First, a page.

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 Preventive Maintenance

Clearing Computer Clutter
May 2002

Russell James is Operations Manager at BJ Associates of San Antonio. They are an authorized service center for Toshiba and Sony systems. They are the laptop specialist and also handle system builds and parts for desktops. They can take care of any IBM compatible hardware or software problem that you have.

With the amount of time that we spend on our computer these days, it is amazing that we all donít have hard drives that are filled to capacity. Programs take up an enormous amount of space compared to just a few years ago. Temporary Internet files can take up more space than we used to have on our drives. We install and uninstall programs thinking that the writers will be sure to get rid of the files that were put into your system by the installation program. Some of the programs that get installed will add themselves to the startup of your computer. Some of these same programs will not be used but will continue to run in the startup taking precious system resources from other programs that you do use. We need to take the time to clean up the software on our system. Letís take a look at what you can do to help alleviate the clutter.

Letís start with an area that is always at the top of my list. I hate to have items that start every time that I turn on my computer. I believe that if I want a program to start I can click on the icon that the installation program wrote and start it. I donít need a program to run in the taskbar that will allow me to start another program. Put an end to the wasted resources. Those of you with Windows 98, ME or XP can use a program called msconfig to look at the items that are starting every time that your computer comes on. For XP the only areas that you want to change are within the Startup tab. For you Win9x people, you will also have Autoexec.bat and Config.sys. These two should not have much in them. You should know what every item on these tabs is. If there is a program that you donít recognize, search your hard drive for the program and look at the properties. What company made the program and what is it supposed to do. Search the Internet for the name of the program. Does anyone know what the program scam32.exe is used for and why it would be in your Startup folder? Know what you are running on your system and find out if you donít know.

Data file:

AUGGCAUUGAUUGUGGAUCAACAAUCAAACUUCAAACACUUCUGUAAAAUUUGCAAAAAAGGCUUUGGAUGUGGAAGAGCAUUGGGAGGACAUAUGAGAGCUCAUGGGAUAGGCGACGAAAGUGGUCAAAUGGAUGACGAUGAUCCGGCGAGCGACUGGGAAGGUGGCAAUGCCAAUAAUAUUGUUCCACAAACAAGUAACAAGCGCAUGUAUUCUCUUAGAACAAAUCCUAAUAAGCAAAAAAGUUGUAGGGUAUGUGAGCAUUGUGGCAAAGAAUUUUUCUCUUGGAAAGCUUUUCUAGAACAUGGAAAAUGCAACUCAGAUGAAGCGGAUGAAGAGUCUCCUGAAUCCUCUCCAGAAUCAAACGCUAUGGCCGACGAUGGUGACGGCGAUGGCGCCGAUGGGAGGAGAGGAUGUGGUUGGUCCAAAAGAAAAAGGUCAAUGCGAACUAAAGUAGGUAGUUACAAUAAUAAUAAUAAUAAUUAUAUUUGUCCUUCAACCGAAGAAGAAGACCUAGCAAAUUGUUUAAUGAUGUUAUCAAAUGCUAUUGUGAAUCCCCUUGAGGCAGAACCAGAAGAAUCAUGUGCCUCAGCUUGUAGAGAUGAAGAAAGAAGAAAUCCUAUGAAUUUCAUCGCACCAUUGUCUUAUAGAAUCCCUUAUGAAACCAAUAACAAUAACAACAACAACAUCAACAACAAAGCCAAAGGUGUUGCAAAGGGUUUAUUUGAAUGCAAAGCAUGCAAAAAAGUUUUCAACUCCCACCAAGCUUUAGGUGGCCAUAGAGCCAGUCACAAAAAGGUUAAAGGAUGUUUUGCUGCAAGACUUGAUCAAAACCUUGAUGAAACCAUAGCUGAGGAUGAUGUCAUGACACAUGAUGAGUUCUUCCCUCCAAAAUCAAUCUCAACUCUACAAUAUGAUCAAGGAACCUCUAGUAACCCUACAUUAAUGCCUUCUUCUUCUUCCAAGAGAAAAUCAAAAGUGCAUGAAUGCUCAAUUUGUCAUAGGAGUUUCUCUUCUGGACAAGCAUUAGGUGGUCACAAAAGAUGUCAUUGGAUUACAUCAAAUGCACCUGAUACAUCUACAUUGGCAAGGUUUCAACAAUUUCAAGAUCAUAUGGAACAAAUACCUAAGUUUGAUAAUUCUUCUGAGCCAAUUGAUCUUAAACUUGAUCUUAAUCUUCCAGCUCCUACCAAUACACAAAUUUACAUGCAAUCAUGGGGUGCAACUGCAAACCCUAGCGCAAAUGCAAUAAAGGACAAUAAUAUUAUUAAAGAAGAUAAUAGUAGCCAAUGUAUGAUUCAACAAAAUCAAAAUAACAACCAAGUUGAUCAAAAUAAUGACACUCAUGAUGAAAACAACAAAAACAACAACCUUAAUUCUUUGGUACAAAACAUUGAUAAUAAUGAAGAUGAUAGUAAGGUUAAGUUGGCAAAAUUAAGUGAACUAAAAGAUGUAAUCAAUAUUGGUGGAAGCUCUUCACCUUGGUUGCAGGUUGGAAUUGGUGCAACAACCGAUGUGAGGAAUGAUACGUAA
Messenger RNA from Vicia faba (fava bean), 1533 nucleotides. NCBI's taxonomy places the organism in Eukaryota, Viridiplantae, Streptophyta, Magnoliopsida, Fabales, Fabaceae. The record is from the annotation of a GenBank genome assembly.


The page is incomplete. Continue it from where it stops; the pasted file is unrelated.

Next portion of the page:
If you have programs that you have installed that you do not use anymore such as trial software that you have downloaded, use the uninstall program in Control Panel to remove them. It is always a good idea to go into Windows Explorer and look for the folder that the program was installed into to be sure that the folder was removed. A lot of the programs will not delete the folder because there will be files that have changed since the program was installed. These files will be left on your hard drive to take up space that some of you can not afford to lose. While we are on the subject of downloaded software, try to use one folder to download programs into. This way you will know that everything in the download folder could be deleted if the space was needed.

The next item we need to look at is the Windows temporary files. When Windows is running, it creates files to swap data between the hard drive and memory. This is called the swap file and should be cleaned out every time your computer is restarted. In a perfect world this sounds like a good plan but it is not the way that it works in the real world. There are times that Windows does not shut down correctly and these temporary files will be left on the system. These temp files along with files that are left over from previous installations will be left in the Windows Temp folder on your system. For those of you that are using 2000, XP or Windows 9x with user profiles will have to look a little harder for your temp files. The easiest way to get to them is to right click on the Start button and then click on Explore. This will take you to the folder that has the files that are specific to the user that is logged onto the system. Under current user there will be a hidden folder called Local Settings that will have your Temp folder. Most of the files that are in this folder can be deleted without causing any problems. The only ones that you will not be able to delete are the ones that Windows is currently using.